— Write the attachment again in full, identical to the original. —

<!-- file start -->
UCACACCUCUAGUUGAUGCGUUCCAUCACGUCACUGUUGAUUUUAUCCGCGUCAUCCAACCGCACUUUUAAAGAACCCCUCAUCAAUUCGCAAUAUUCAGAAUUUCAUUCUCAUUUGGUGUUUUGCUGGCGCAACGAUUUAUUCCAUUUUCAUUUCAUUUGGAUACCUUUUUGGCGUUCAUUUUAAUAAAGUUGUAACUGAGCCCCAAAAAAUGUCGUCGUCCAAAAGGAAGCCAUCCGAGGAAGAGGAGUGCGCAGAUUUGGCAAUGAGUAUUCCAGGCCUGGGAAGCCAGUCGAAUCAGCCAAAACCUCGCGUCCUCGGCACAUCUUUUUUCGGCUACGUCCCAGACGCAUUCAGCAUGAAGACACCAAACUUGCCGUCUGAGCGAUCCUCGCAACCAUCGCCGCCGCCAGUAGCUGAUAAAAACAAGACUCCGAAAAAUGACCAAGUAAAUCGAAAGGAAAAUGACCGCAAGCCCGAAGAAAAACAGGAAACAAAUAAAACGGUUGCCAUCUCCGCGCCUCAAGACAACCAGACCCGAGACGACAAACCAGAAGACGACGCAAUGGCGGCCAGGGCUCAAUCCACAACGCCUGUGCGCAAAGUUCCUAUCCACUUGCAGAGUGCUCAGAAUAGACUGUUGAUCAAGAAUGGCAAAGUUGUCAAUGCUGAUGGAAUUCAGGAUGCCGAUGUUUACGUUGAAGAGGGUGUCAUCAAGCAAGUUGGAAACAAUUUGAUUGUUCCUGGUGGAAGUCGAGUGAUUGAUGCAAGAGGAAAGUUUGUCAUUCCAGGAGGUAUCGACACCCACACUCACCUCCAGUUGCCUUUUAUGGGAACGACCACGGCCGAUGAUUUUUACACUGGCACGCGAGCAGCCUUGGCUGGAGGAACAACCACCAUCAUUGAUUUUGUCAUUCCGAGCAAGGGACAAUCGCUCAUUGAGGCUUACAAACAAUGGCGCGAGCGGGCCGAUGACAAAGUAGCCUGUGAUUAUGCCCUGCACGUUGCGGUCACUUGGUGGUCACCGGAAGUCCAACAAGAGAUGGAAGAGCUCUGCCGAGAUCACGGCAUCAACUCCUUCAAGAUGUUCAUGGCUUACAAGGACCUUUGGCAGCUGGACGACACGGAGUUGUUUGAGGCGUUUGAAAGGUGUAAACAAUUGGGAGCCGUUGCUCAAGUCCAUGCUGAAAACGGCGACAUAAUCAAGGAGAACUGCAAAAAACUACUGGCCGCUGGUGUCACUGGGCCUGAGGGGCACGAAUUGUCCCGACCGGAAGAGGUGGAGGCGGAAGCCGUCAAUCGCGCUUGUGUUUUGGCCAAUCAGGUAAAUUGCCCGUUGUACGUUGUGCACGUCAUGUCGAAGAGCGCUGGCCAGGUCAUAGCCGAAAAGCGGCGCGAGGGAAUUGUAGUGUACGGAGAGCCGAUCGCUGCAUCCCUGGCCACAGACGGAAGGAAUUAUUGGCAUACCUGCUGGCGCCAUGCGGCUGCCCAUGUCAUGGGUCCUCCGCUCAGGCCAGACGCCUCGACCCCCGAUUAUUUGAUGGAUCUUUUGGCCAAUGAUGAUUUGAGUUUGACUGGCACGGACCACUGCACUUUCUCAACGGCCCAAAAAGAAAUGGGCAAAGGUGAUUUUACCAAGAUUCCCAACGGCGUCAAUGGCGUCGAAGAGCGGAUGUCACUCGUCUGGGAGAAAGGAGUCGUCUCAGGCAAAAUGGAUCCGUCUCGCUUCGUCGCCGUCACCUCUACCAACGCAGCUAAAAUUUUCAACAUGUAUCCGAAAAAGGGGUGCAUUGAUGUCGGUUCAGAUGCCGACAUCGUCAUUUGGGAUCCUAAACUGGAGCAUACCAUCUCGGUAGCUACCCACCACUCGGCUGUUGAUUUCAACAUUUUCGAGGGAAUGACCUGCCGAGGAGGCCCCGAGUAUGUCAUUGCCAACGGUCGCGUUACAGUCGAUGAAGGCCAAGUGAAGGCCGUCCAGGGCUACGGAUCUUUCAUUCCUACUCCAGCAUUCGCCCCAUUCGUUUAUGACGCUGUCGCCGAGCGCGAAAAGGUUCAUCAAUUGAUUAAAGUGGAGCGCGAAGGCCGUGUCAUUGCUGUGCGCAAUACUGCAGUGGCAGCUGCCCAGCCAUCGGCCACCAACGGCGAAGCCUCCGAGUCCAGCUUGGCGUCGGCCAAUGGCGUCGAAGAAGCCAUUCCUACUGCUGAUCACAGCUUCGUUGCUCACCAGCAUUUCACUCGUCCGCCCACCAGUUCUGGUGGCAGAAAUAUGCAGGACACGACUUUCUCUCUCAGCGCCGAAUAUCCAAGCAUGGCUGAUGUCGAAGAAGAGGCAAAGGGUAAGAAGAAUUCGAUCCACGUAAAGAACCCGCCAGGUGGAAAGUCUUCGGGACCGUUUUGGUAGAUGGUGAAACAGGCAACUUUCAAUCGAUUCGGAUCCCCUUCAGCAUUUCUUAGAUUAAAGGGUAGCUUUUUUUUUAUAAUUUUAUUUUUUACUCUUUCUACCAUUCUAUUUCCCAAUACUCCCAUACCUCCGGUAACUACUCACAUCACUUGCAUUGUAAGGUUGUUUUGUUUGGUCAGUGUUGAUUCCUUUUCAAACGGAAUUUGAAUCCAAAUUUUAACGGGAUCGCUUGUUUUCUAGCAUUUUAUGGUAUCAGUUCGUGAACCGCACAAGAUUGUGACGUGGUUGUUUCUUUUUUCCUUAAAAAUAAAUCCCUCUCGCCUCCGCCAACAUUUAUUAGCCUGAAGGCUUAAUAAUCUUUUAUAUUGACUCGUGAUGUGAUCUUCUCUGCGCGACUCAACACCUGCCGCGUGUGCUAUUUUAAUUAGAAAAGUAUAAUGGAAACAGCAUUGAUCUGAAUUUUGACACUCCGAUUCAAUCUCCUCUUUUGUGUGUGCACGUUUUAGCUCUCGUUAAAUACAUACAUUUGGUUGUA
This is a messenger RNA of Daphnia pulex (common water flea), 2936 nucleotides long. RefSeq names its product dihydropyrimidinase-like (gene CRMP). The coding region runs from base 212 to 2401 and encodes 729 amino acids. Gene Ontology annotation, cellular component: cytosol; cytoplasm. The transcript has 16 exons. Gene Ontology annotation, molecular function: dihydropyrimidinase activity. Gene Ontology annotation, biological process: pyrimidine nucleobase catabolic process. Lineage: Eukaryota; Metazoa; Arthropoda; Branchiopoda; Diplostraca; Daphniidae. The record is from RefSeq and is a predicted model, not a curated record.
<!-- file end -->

UCACACCUCUAGUUGAUGCGUUCCAUCACGUCACUGUUGAUUUUAUCCGCGUCAUCCAACCGCACUUUUAAAGAACCCCUCAUCAAUUCGCAAUAUUCAGAAUUUCAUUCUCAUUUGGUGUUUUGCUGGCGCAACGAUUUAUUCCAUUUUCAUUUCAUUUGGAUACCUUUUUGGCGUUCAUUUUAAUAAAGUUGUAACUGAGCCCCAAAAAAUGUCGUCGUCCAAAAGGAAGCCAUCCGAGGAAGAGGAGUGCGCAGAUUUGGCAAUGAGUAUUCCAGGCCUGGGAAGCCAGUCGAAUCAGCCAAAACCUCGCGUCCUCGGCACAUCUUUUUUCGGCUACGUCCCAGACGCAUUCAGCAUGAAGACACCAAACUUGCCGUCUGAGCGAUCCUCGCAACCAUCGCCGCCGCCAGUAGCUGAUAAAAACAAGACUCCGAAAAAUGACCAAGUAAAUCGAAAGGAAAAUGACCGCAAGCCCGAAGAAAAACAGGAAACAAAUAAAACGGUUGCCAUCUCCGCGCCUCAAGACAACCAGACCCGAGACGACAAACCAGAAGACGACGCAAUGGCGGCCAGGGCUCAAUCCACAACGCCUGUGCGCAAAGUUCCUAUCCACUUGCAGAGUGCUCAGAAUAGACUGUUGAUCAAGAAUGGCAAAGUUGUCAAUGCUGAUGGAAUUCAGGAUGCCGAUGUUUACGUUGAAGAGGGUGUCAUCAAGCAAGUUGGAAACAAUUUGAUUGUUCCUGGUGGAAGUCGAGUGAUUGAUGCAAGAGGAAAGUUUGUCAUUCCAGGAGGUAUCGACACCCACACUCACCUCCAGUUGCCUUUUAUGGGAACGACCACGGCCGAUGAUUUUUACACUGGCACGCGAGCAGCCUUGGCUGGAGGAACAACCACCAUCAUUGAUUUUGUCAUUCCGAGCAAGGGACAAUCGCUCAUUGAGGCUUACAAACAAUGGCGCGAGCGGGCCGAUGACAAAGUAGCCUGUGAUUAUGCCCUGCACGUUGCGGUCACUUGGUGGUCACCGGAAGUCCAACAAGAGAUGGAAGAGCUCUGCCGAGAUCACGGCAUCAACUCCUUCAAGAUGUUCAUGGCUUACAAGGACCUUUGGCAGCUGGACGACACGGAGUUGUUUGAGGCGUUUGAAAGGUGUAAACAAUUGGGAGCCGUUGCUCAAGUCCAUGCUGAAAACGGCGACAUAAUCAAGGAGAACUGCAAAAAACUACUGGCCGCUGGUGUCACUGGGCCUGAGGGGCACGAAUUGUCCCGACCGGAAGAGGUGGAGGCGGAAGCCGUCAAUCGCGCUUGUGUUUUGGCCAAUCAGGUAAAUUGCCCGUUGUACGUUGUGCACGUCAUGUCGAAGAGCGCUGGCCAGGUCAUAGCCGAAAAGCGGCGCGAGGGAAUUGUAGUGUACGGAGAGCCGAUCGCUGCAUCCCUGGCCACAGACGGAAGGAAUUAUUGGCAUACCUGCUGGCGCCAUGCGGCUGCCCAUGUCAUGGGUCCUCCGCUCAGGCCAGACGCCUCGACCCCCGAUUAUUUGAUGGAUCUUUUGGCCAAUGAUGAUUUGAGUUUGACUGGCACGGACCACUGCACUUUCUCAACGGCCCAAAAAGAAAUGGGCAAAGGUGAUUUUACCAAGAUUCCCAACGGCGUCAAUGGCGUCGAAGAGCGGAUGUCACUCGUCUGGGAGAAAGGAGUCGUCUCAGGCAAAAUGGAUCCGUCUCGCUUCGUCGCCGUCACCUCUACCAACGCAGCUAAAAUUUUCAACAUGUAUCCGAAAAAGGGGUGCAUUGAUGUCGGUUCAGAUGCCGACAUCGUCAUUUGGGAUCCUAAACUGGAGCAUACCAUCUCGGUAGCUACCCACCACUCGGCUGUUGAUUUCAACAUUUUCGAGGGAAUGACCUGCCGAGGAGGCCCCGAGUAUGUCAUUGCCAACGGUCGCGUUACAGUCGAUGAAGGCCAAGUGAAGGCCGUCCAGGGCUACGGAUCUUUCAUUCCUACUCCAGCAUUCGCCCCAUUCGUUUAUGACGCUGUCGCCGAGCGCGAAAAGGUUCAUCAAUUGAUUAAAGUGGAGCGCGAAGGCCGUGUCAUUGCUGUGCGCAAUACUGCAGUGGCAGCUGCCCAGCCAUCGGCCACCAACGGCGAAGCCUCCGAGUCCAGCUUGGCGUCGGCCAAUGGCGUCGAAGAAGCCAUUCCUACUGCUGAUCACAGCUUCGUUGCUCACCAGCAUUUCACUCGUCCGCCCACCAGUUCUGGUGGCAGAAAUAUGCAGGACACGACUUUCUCUCUCAGCGCCGAAUAUCCAAGCAUGGCUGAUGUCGAAGAAGAGGCAAAGGGUAAGAAGAAUUCGAUCCACGUAAAGAACCCGCCAGGUGGAAAGUCUUCGGGACCGUUUUGGUAGAUGGUGAAACAGGCAACUUUCAAUCGAUUCGGAUCCCCUUCAGCAUUUCUUAGAUUAAAGGGUAGCUUUUUUUUUAUAAUUUUAUUUUUUACUCUUUCUACCAUUCUAUUUCCCAAUACUCCCAUACCUCCGGUAACUACUCACAUCACUUGCAUUGUAAGGUUGUUUUGUUUGGUCAGUGUUGAUUCCUUUUCAAACGGAAUUUGAAUCCAAAUUUUAACGGGAUCGCUUGUUUUCUAGCAUUUUAUGGUAUCAGUUCGUGAACCGCACAAGAUUGUGACGUGGUUGUUUCUUUUUUCCUUAAAAAUAAAUCCCUCUCGCCUCCGCCAACAUUUAUUAGCCUGAAGGCUUAAUAAUCUUUUAUAUUGACUCGUGAUGUGAUCUUCUCUGCGCGACUCAACACCUGCCGCGUGUGCUAUUUUAAUUAGAAAAGUAUAAUGGAAACAGCAUUGAUCUGAAUUUUGACACUCCGAUUCAAUCUCCUCUUUUGUGUGUGCACGUUUUAGCUCUCGUUAAAUACAUACAUUUGGUUGUA
This is a messenger RNA of Daphnia pulex (common water flea), 2936 nucleotides long. RefSeq names its product dihydropyrimidinase-like (gene CRMP). The coding region runs from base 212 to 2401 and encodes 729 amino acids. Gene Ontology annotation, cellular component: cytosol; cytoplasm. The transcript has 16 exons. Gene Ontology annotation, molecular function: dihydropyrimidinase activity. Gene Ontology annotation, biological process: pyrimidine nucleobase catabolic process. Lineage: Eukaryota; Metazoa; Arthropoda; Branchiopoda; Diplostraca; Daphniidae. The record is from RefSeq and is a predicted model, not a curated record.